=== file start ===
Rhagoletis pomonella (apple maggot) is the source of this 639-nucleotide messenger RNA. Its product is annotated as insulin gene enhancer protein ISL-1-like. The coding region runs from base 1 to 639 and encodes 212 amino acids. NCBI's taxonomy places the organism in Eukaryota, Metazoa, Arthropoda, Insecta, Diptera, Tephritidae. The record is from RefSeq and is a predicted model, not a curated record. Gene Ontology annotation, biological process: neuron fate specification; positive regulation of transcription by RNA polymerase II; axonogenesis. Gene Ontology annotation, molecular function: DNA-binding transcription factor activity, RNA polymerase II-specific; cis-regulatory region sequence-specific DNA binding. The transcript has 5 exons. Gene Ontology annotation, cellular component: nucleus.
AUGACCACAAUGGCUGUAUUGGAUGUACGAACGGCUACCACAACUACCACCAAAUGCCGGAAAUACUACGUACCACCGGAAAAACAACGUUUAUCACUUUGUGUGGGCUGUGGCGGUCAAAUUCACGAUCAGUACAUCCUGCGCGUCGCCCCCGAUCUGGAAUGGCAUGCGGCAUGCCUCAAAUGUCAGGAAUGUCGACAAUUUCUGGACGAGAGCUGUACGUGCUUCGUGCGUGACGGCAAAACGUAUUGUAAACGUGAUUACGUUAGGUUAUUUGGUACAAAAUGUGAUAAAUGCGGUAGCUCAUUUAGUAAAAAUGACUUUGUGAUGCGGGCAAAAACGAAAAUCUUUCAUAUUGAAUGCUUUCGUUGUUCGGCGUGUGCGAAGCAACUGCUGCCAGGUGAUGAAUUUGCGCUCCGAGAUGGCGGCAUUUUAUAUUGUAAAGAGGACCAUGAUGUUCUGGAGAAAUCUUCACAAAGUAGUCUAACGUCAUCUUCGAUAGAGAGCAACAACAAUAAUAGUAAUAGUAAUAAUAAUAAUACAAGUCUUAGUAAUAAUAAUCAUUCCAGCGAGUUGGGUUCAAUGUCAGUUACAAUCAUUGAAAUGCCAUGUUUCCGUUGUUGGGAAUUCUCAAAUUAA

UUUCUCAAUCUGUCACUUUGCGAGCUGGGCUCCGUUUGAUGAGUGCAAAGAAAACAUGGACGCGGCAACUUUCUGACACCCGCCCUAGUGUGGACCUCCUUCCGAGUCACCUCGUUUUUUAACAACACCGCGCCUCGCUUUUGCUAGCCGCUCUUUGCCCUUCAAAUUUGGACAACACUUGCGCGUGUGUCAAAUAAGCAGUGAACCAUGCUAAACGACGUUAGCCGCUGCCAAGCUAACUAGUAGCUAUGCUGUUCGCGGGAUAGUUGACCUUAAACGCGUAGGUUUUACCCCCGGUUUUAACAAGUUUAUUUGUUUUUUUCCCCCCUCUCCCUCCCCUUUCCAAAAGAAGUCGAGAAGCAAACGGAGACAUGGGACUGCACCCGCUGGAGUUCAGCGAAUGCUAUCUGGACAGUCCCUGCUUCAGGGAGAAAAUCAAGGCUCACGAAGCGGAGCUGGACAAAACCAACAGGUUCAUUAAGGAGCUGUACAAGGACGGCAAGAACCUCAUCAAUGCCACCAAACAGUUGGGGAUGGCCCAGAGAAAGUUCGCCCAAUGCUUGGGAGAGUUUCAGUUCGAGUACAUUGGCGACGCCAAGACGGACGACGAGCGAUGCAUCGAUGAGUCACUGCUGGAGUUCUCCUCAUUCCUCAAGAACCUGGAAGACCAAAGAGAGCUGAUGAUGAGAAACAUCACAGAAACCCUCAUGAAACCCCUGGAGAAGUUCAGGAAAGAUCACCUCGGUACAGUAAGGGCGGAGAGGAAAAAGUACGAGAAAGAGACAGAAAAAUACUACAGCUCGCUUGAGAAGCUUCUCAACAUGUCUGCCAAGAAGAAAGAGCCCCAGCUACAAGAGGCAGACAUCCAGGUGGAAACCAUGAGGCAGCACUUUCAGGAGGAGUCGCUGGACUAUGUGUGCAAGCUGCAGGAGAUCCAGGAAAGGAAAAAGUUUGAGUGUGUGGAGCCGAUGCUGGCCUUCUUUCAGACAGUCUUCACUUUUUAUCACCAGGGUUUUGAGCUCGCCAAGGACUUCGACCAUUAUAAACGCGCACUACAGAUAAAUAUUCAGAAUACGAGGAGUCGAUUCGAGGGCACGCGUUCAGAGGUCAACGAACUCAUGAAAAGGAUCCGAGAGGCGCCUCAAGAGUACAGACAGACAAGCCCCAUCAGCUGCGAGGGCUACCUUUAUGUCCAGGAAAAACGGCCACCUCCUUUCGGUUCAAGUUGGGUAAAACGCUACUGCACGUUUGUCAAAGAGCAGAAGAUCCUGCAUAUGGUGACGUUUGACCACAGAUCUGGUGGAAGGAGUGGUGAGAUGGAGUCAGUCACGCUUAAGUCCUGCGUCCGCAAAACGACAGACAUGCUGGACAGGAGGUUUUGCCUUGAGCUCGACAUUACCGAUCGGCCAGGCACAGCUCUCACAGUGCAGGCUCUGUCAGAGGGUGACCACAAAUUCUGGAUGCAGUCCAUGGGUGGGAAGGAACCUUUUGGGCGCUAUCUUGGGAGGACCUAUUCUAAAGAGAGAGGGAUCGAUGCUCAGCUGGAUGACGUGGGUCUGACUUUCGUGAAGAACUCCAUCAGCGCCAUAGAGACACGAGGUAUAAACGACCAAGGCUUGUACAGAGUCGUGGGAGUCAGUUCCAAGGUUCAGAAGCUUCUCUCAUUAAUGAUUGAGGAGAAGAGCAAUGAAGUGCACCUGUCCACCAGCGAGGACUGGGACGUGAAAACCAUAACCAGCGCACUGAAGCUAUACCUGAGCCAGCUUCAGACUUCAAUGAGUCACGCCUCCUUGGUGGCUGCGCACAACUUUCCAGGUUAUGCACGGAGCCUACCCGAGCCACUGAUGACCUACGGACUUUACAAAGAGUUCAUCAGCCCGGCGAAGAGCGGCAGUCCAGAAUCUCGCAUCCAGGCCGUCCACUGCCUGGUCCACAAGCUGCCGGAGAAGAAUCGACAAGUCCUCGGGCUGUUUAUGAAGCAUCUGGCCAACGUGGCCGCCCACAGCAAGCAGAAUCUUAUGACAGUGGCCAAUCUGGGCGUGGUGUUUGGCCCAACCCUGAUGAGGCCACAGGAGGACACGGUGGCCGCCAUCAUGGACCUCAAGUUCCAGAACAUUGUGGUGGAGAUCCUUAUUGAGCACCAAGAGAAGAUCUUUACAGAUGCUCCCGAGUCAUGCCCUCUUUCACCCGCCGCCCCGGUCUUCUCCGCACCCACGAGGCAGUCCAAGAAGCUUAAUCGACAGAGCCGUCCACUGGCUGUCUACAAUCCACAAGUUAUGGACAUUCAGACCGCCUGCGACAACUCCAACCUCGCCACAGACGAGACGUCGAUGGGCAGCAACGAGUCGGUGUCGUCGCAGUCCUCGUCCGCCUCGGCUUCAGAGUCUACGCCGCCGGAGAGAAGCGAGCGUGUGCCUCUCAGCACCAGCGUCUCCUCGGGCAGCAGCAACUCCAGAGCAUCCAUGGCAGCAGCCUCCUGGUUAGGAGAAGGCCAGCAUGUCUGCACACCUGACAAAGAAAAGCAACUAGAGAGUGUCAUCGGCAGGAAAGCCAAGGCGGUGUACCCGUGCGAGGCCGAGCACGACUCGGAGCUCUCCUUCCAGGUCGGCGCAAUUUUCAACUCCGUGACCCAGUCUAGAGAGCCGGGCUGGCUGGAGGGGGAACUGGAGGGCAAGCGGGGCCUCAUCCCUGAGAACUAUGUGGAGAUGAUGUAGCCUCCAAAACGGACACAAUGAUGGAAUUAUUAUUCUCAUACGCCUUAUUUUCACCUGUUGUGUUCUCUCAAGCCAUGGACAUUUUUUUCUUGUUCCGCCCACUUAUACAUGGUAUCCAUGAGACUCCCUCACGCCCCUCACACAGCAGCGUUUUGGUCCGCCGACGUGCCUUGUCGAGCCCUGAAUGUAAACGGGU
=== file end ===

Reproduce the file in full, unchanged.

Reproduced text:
Rhagoletis pomonella (apple maggot) is the source of this 639-nucleotide messenger RNA. Its product is annotated as insulin gene enhancer protein ISL-1-like. The coding region runs from base 1 to 639 and encodes 212 amino acids. NCBI's taxonomy places the organism in Eukaryota, Metazoa, Arthropoda, Insecta, Diptera, Tephritidae. The record is from RefSeq and is a predicted model, not a curated record. Gene Ontology annotation, biological process: neuron fate specification; positive regulation of transcription by RNA polymerase II; axonogenesis. Gene Ontology annotation, molecular function: DNA-binding transcription factor activity, RNA polymerase II-specific; cis-regulatory region sequence-specific DNA binding. The transcript has 5 exons. Gene Ontology annotation, cellular component: nucleus.
AUGACCACAAUGGCUGUAUUGGAUGUACGAACGGCUACCACAACUACCACCAAAUGCCGGAAAUACUACGUACCACCGGAAAAACAACGUUUAUCACUUUGUGUGGGCUGUGGCGGUCAAAUUCACGAUCAGUACAUCCUGCGCGUCGCCCCCGAUCUGGAAUGGCAUGCGGCAUGCCUCAAAUGUCAGGAAUGUCGACAAUUUCUGGACGAGAGCUGUACGUGCUUCGUGCGUGACGGCAAAACGUAUUGUAAACGUGAUUACGUUAGGUUAUUUGGUACAAAAUGUGAUAAAUGCGGUAGCUCAUUUAGUAAAAAUGACUUUGUGAUGCGGGCAAAAACGAAAAUCUUUCAUAUUGAAUGCUUUCGUUGUUCGGCGUGUGCGAAGCAACUGCUGCCAGGUGAUGAAUUUGCGCUCCGAGAUGGCGGCAUUUUAUAUUGUAAAGAGGACCAUGAUGUUCUGGAGAAAUCUUCACAAAGUAGUCUAACGUCAUCUUCGAUAGAGAGCAACAACAAUAAUAGUAAUAGUAAUAAUAAUAAUACAAGUCUUAGUAAUAAUAAUCAUUCCAGCGAGUUGGGUUCAAUGUCAGUUACAAUCAUUGAAAUGCCAUGUUUCCGUUGUUGGGAAUUCUCAAAUUAA

UUUCUCAAUCUGUCACUUUGCGAGCUGGGCUCCGUUUGAUGAGUGCAAAGAAAACAUGGACGCGGCAACUUUCUGACACCCGCCCUAGUGUGGACCUCCUUCCGAGUCACCUCGUUUUUUAACAACACCGCGCCUCGCUUUUGCUAGCCGCUCUUUGCCCUUCAAAUUUGGACAACACUUGCGCGUGUGUCAAAUAAGCAGUGAACCAUGCUAAACGACGUUAGCCGCUGCCAAGCUAACUAGUAGCUAUGCUGUUCGCGGGAUAGUUGACCUUAAACGCGUAGGUUUUACCCCCGGUUUUAACAAGUUUAUUUGUUUUUUUCCCCCCUCUCCCUCCCCUUUCCAAAAGAAGUCGAGAAGCAAACGGAGACAUGGGACUGCACCCGCUGGAGUUCAGCGAAUGCUAUCUGGACAGUCCCUGCUUCAGGGAGAAAAUCAAGGCUCACGAAGCGGAGCUGGACAAAACCAACAGGUUCAUUAAGGAGCUGUACAAGGACGGCAAGAACCUCAUCAAUGCCACCAAACAGUUGGGGAUGGCCCAGAGAAAGUUCGCCCAAUGCUUGGGAGAGUUUCAGUUCGAGUACAUUGGCGACGCCAAGACGGACGACGAGCGAUGCAUCGAUGAGUCACUGCUGGAGUUCUCCUCAUUCCUCAAGAACCUGGAAGACCAAAGAGAGCUGAUGAUGAGAAACAUCACAGAAACCCUCAUGAAACCCCUGGAGAAGUUCAGGAAAGAUCACCUCGGUACAGUAAGGGCGGAGAGGAAAAAGUACGAGAAAGAGACAGAAAAAUACUACAGCUCGCUUGAGAAGCUUCUCAACAUGUCUGCCAAGAAGAAAGAGCCCCAGCUACAAGAGGCAGACAUCCAGGUGGAAACCAUGAGGCAGCACUUUCAGGAGGAGUCGCUGGACUAUGUGUGCAAGCUGCAGGAGAUCCAGGAAAGGAAAAAGUUUGAGUGUGUGGAGCCGAUGCUGGCCUUCUUUCAGACAGUCUUCACUUUUUAUCACCAGGGUUUUGAGCUCGCCAAGGACUUCGACCAUUAUAAACGCGCACUACAGAUAAAUAUUCAGAAUACGAGGAGUCGAUUCGAGGGCACGCGUUCAGAGGUCAACGAACUCAUGAAAAGGAUCCGAGAGGCGCCUCAAGAGUACAGACAGACAAGCCCCAUCAGCUGCGAGGGCUACCUUUAUGUCCAGGAAAAACGGCCACCUCCUUUCGGUUCAAGUUGGGUAAAACGCUACUGCACGUUUGUCAAAGAGCAGAAGAUCCUGCAUAUGGUGACGUUUGACCACAGAUCUGGUGGAAGGAGUGGUGAGAUGGAGUCAGUCACGCUUAAGUCCUGCGUCCGCAAAACGACAGACAUGCUGGACAGGAGGUUUUGCCUUGAGCUCGACAUUACCGAUCGGCCAGGCACAGCUCUCACAGUGCAGGCUCUGUCAGAGGGUGACCACAAAUUCUGGAUGCAGUCCAUGGGUGGGAAGGAACCUUUUGGGCGCUAUCUUGGGAGGACCUAUUCUAAAGAGAGAGGGAUCGAUGCUCAGCUGGAUGACGUGGGUCUGACUUUCGUGAAGAACUCCAUCAGCGCCAUAGAGACACGAGGUAUAAACGACCAAGGCUUGUACAGAGUCGUGGGAGUCAGUUCCAAGGUUCAGAAGCUUCUCUCAUUAAUGAUUGAGGAGAAGAGCAAUGAAGUGCACCUGUCCACCAGCGAGGACUGGGACGUGAAAACCAUAACCAGCGCACUGAAGCUAUACCUGAGCCAGCUUCAGACUUCAAUGAGUCACGCCUCCUUGGUGGCUGCGCACAACUUUCCAGGUUAUGCACGGAGCCUACCCGAGCCACUGAUGACCUACGGACUUUACAAAGAGUUCAUCAGCCCGGCGAAGAGCGGCAGUCCAGAAUCUCGCAUCCAGGCCGUCCACUGCCUGGUCCACAAGCUGCCGGAGAAGAAUCGACAAGUCCUCGGGCUGUUUAUGAAGCAUCUGGCCAACGUGGCCGCCCACAGCAAGCAGAAUCUUAUGACAGUGGCCAAUCUGGGCGUGGUGUUUGGCCCAACCCUGAUGAGGCCACAGGAGGACACGGUGGCCGCCAUCAUGGACCUCAAGUUCCAGAACAUUGUGGUGGAGAUCCUUAUUGAGCACCAAGAGAAGAUCUUUACAGAUGCUCCCGAGUCAUGCCCUCUUUCACCCGCCGCCCCGGUCUUCUCCGCACCCACGAGGCAGUCCAAGAAGCUUAAUCGACAGAGCCGUCCACUGGCUGUCUACAAUCCACAAGUUAUGGACAUUCAGACCGCCUGCGACAACUCCAACCUCGCCACAGACGAGACGUCGAUGGGCAGCAACGAGUCGGUGUCGUCGCAGUCCUCGUCCGCCUCGGCUUCAGAGUCUACGCCGCCGGAGAGAAGCGAGCGUGUGCCUCUCAGCACCAGCGUCUCCUCGGGCAGCAGCAACUCCAGAGCAUCCAUGGCAGCAGCCUCCUGGUUAGGAGAAGGCCAGCAUGUCUGCACACCUGACAAAGAAAAGCAACUAGAGAGUGUCAUCGGCAGGAAAGCCAAGGCGGUGUACCCGUGCGAGGCCGAGCACGACUCGGAGCUCUCCUUCCAGGUCGGCGCAAUUUUCAACUCCGUGACCCAGUCUAGAGAGCCGGGCUGGCUGGAGGGGGAACUGGAGGGCAAGCGGGGCCUCAUCCCUGAGAACUAUGUGGAGAUGAUGUAGCCUCCAAAACGGACACAAUGAUGGAAUUAUUAUUCUCAUACGCCUUAUUUUCACCUGUUGUGUUCUCUCAAGCCAUGGACAUUUUUUUCUUGUUCCGCCCACUUAUACAUGGUAUCCAUGAGACUCCCUCACGCCCCUCACACAGCAGCGUUUUGGUCCGCCGACGUGCCUUGUCGAGCCCUGAAUGUAAACGGGU